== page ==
I’ll be honest with you guys — math isn’t really my strong suit. I somehow managed to fake my way through 13 years of public schooling, but it was a miracle nobody ever discovered my complete inability to add two numbers together.
Fortunately though, there are people out there infinitely better than me at math. Take the site Statistics Japan, a place that gathers up data about Japan’s different prefectures and presents them in a way even a moron like me can understand.
] Not only that, but it sheds some light on the differences among the Japan’s prefectures. A lot of people like to think of Japan as one homogenous entity that looks and acts the same way all the way across the country, but nothing could be farther from the truth.
Every part of the country, every prefecture in Japan has its own distinct personality that might sometimes be hard to grasp, but really shines through when you look closer.
Tokyo: Global Prefecture
Anybody can probably guess that Japan’s capital is the most worldly in the country, but it’s not always clear what the means.
Far and away, most of the foreigners living in Japan are in Tokyo prefecture. This really isn’t too surprising, since Tokyo is the biggest city in Japan.
The only caveat is the number of Americans in Tokyo prefecture. Unlike virtually every other foreigner demographic, Americans are found in the highest concentration outside Tokyo. The US military bases in Okinawa mean that you’re more likely to find Americans in Okinawa than Tokyo.
But that’s only the tip of the iceberg for Tokyo prefecture. There’s a lot more that paints the prefecture as a rich, worldly place.
One of those is, oddly enough, how many people use Facebook. In terms of social networking sites, Facebook still lags behind other services like Twitter and Mixi. But in globe-trotting Tokyo, people use Facebook at twice the rate of other parts of the country.
But Tokyo is a bit of an outlier in Japan. Most of the rest of the country acts a lot differently than the country’s capital. The more you venture out into more rural parts of Japan, the more things change.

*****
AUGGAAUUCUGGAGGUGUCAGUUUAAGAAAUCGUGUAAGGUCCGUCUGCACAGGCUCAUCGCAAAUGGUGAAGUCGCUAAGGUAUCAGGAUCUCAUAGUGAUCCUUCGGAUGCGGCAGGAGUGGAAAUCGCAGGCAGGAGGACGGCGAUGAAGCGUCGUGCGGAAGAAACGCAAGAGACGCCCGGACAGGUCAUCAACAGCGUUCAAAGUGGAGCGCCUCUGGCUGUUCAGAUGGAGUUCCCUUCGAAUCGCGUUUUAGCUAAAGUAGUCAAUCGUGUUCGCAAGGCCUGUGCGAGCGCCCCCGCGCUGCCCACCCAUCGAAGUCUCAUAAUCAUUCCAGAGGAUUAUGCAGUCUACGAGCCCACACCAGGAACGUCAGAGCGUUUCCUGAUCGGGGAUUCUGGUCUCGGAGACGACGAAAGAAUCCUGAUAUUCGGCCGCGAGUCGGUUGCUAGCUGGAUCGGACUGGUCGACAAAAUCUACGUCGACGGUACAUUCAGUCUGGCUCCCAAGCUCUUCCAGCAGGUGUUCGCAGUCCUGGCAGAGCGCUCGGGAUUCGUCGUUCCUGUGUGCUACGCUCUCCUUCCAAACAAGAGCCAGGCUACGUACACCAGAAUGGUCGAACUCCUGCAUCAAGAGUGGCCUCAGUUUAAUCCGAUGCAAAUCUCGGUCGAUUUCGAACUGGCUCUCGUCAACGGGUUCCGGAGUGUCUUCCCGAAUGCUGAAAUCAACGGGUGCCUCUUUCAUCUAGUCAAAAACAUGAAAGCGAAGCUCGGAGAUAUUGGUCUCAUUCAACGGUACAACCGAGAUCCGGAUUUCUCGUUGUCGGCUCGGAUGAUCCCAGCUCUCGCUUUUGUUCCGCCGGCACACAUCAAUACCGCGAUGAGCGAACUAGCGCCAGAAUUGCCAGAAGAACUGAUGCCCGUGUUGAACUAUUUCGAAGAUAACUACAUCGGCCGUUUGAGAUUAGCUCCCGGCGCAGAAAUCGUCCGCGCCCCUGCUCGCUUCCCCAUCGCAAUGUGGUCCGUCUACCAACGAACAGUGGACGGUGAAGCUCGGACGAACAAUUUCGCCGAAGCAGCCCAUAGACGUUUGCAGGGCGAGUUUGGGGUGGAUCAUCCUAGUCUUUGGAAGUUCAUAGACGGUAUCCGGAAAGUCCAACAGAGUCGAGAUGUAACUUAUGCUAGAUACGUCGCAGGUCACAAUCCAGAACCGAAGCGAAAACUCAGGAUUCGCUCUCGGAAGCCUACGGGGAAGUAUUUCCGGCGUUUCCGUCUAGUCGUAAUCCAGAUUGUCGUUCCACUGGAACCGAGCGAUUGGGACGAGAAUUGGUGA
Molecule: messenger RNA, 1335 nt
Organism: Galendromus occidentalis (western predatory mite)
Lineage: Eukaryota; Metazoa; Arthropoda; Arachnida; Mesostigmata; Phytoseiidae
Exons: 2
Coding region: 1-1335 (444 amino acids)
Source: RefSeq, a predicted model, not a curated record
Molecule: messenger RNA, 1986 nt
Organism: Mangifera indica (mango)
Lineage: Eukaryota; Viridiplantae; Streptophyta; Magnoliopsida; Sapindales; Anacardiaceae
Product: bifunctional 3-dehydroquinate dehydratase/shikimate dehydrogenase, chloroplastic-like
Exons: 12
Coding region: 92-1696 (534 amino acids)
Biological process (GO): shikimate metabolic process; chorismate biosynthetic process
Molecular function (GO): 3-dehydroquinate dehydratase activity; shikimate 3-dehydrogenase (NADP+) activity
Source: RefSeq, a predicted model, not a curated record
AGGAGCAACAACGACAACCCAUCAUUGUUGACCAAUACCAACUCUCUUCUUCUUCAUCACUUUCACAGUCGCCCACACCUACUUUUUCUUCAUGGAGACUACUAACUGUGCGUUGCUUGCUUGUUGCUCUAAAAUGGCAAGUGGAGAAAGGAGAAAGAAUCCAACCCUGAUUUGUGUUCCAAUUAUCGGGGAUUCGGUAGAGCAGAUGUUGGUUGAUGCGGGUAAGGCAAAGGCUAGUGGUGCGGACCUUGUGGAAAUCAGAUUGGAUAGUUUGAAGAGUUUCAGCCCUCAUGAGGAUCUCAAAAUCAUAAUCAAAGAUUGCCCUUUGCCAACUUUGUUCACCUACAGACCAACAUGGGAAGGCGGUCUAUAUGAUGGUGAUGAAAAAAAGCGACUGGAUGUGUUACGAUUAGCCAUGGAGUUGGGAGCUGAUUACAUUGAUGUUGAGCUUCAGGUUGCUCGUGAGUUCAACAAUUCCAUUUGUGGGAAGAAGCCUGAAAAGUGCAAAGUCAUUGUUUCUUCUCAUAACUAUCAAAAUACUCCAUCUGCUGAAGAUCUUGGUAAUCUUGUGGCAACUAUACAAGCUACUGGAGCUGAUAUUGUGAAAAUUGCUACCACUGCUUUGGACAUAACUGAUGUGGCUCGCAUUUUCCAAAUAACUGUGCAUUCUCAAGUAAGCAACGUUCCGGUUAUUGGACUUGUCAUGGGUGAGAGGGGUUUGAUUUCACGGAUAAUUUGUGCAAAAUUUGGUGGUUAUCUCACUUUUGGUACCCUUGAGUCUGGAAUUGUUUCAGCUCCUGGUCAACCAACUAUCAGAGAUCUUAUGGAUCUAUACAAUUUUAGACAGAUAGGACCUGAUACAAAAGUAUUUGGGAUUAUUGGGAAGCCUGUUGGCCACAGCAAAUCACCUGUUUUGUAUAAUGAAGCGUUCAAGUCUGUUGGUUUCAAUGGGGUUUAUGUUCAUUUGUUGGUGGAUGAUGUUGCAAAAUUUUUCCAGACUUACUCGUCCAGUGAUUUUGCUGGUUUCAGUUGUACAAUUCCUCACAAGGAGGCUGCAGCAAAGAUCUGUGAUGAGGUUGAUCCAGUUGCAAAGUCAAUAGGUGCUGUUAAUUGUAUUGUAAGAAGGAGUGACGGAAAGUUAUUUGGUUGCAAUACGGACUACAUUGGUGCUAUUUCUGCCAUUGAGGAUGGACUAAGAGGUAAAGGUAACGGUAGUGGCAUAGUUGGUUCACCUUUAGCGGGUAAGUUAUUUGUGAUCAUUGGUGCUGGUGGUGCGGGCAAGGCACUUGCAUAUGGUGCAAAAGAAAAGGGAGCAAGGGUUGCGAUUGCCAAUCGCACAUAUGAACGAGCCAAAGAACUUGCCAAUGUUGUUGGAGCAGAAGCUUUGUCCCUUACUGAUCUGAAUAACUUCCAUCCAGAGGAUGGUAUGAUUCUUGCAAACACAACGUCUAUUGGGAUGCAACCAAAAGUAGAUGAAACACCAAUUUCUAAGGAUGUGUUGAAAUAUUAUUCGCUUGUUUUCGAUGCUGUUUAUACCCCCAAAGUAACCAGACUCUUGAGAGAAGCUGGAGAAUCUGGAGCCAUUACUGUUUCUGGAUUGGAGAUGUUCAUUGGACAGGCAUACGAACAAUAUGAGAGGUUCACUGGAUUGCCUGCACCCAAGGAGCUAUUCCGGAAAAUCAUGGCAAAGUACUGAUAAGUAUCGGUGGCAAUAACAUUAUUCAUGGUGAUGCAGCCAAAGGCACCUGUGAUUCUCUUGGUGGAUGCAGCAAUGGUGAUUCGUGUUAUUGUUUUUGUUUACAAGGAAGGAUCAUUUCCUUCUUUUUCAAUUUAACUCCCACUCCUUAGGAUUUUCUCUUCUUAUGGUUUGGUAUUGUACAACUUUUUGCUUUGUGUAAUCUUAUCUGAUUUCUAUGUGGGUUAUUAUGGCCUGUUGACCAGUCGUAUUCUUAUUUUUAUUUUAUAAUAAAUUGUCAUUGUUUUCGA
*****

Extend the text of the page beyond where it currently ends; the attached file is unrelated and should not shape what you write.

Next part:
Urban vs. Rural
Tokyo — both the city and the prefecture — is worldly and largely well-to-do. Aside from all of the stuff I talked about above, it also has the highest minimum wage in the country and lots of other markers of wealth.
But the farther away you get from major metropolitan areas like Tokyo, the more isolated and less well-off prefectures become.
Deeper into more rural parts of Japan, you see more families on welfare. Areas furthest north and south of the country, Hokkaido and Okinawa have among the most people on welfare in the country.
(Although, Japan’s third largest prefecture, Osaka, also has some of the most families on welfare.)
Not surprisingly, there’s a high correlation between prefectures on welfare and consumption of beer. If you’re not doing too well financially, the solution seems the same in virtually every culture — drink your problems away.
While people tend to drink beer the more they’re on welfare, other forms of alcohol tell a different story about the different prefectures.
Booze Across Japan
Just like different parts of the US are known for different types of alcohol — bourbon’s from Kentucky, you’ll find more tequila around the southern border, and Portland is known for its microbrews — so too do different parts of Japan love different forms of booze.
Take shochu for instance, a hard liquor from the southern Kyushu made out of grain. Unsurprisingly, people in Kyushu love their shochu and drink nearly twice as much of it as the rest of the country.
And of course Tokyo, being the unique little snowflake it is, has to buck the trends of the rest of the country. Tokyo prefecture consumes more wine than the rest of the country — 64,253,000 liters or 16,970,000 gallons of the stuff a year, roughly the equivalent of 26 Olympic-sized swimming pools. That’s a lot of grapes!
Aside from the concrete, objective statistics, there are a few interesting, subjective statistics too.
Hokkaido is Full of Commies
One of those subjective measurements is also one of the most controversial: what’s the most beautiful part of Japan?
The Brand Research Institute has supposedly solved this question once and for all: according to its poll the most attractive place in all of Japan isn’t the temples of Kyoto or the splendor of Nara — but Hokkaido.
Even though Hokkaido gets the short end of the stick in some regards — it relies a lot on welfare, its minimum wage is nearly ¥100 less than Tokyo’s — it still gets bragging rights as the most attractive part of the country.
Oddly, according to Statistics Japan, the more beautiful an area is in Japan, the more likely it is to vote for the Japanese Communist Party. Why? It’s kind of unclear. “Beautiful” seems to mean rural, and of course, people in rural parts of the country versus urban parts have different political concerns.
Or it could just be because Hokkaido is the closest part of Japan to Russia. Who knows?